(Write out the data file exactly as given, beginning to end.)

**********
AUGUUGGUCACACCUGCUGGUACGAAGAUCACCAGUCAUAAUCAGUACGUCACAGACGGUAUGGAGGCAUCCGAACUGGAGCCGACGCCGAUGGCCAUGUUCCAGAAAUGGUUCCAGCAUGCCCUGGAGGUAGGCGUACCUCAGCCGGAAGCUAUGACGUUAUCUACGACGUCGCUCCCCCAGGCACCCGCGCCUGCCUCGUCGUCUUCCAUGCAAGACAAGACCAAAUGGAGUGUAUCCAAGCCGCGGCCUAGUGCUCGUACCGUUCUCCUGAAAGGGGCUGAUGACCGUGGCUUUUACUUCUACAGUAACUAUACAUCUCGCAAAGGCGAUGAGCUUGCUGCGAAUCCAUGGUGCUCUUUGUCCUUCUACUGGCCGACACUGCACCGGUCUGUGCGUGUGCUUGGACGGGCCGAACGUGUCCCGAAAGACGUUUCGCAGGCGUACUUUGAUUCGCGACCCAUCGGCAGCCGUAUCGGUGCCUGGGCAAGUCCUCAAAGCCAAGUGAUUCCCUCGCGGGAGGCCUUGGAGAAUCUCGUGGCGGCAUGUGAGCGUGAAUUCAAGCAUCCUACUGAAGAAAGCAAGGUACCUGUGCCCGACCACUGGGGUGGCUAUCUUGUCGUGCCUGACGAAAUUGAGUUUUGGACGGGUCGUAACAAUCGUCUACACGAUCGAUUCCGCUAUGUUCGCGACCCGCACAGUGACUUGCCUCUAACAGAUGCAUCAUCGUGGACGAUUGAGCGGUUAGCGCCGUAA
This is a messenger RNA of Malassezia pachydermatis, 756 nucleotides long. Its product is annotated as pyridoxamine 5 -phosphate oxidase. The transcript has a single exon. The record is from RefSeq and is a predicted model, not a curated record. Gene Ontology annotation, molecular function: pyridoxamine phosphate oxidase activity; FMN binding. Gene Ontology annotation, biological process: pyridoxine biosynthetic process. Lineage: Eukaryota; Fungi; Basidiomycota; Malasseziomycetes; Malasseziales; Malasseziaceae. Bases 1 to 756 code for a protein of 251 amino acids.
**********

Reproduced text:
AUGUUGGUCACACCUGCUGGUACGAAGAUCACCAGUCAUAAUCAGUACGUCACAGACGGUAUGGAGGCAUCCGAACUGGAGCCGACGCCGAUGGCCAUGUUCCAGAAAUGGUUCCAGCAUGCCCUGGAGGUAGGCGUACCUCAGCCGGAAGCUAUGACGUUAUCUACGACGUCGCUCCCCCAGGCACCCGCGCCUGCCUCGUCGUCUUCCAUGCAAGACAAGACCAAAUGGAGUGUAUCCAAGCCGCGGCCUAGUGCUCGUACCGUUCUCCUGAAAGGGGCUGAUGACCGUGGCUUUUACUUCUACAGUAACUAUACAUCUCGCAAAGGCGAUGAGCUUGCUGCGAAUCCAUGGUGCUCUUUGUCCUUCUACUGGCCGACACUGCACCGGUCUGUGCGUGUGCUUGGACGGGCCGAACGUGUCCCGAAAGACGUUUCGCAGGCGUACUUUGAUUCGCGACCCAUCGGCAGCCGUAUCGGUGCCUGGGCAAGUCCUCAAAGCCAAGUGAUUCCCUCGCGGGAGGCCUUGGAGAAUCUCGUGGCGGCAUGUGAGCGUGAAUUCAAGCAUCCUACUGAAGAAAGCAAGGUACCUGUGCCCGACCACUGGGGUGGCUAUCUUGUCGUGCCUGACGAAAUUGAGUUUUGGACGGGUCGUAACAAUCGUCUACACGAUCGAUUCCGCUAUGUUCGCGACCCGCACAGUGACUUGCCUCUAACAGAUGCAUCAUCGUGGACGAUUGAGCGGUUAGCGCCGUAA
This is a messenger RNA of Malassezia pachydermatis, 756 nucleotides long. Its product is annotated as pyridoxamine 5 -phosphate oxidase. The transcript has a single exon. The record is from RefSeq and is a predicted model, not a curated record. Gene Ontology annotation, molecular function: pyridoxamine phosphate oxidase activity; FMN binding. Gene Ontology annotation, biological process: pyridoxine biosynthetic process. Lineage: Eukaryota; Fungi; Basidiomycota; Malasseziomycetes; Malasseziales; Malasseziaceae. Bases 1 to 756 code for a protein of 251 amino acids.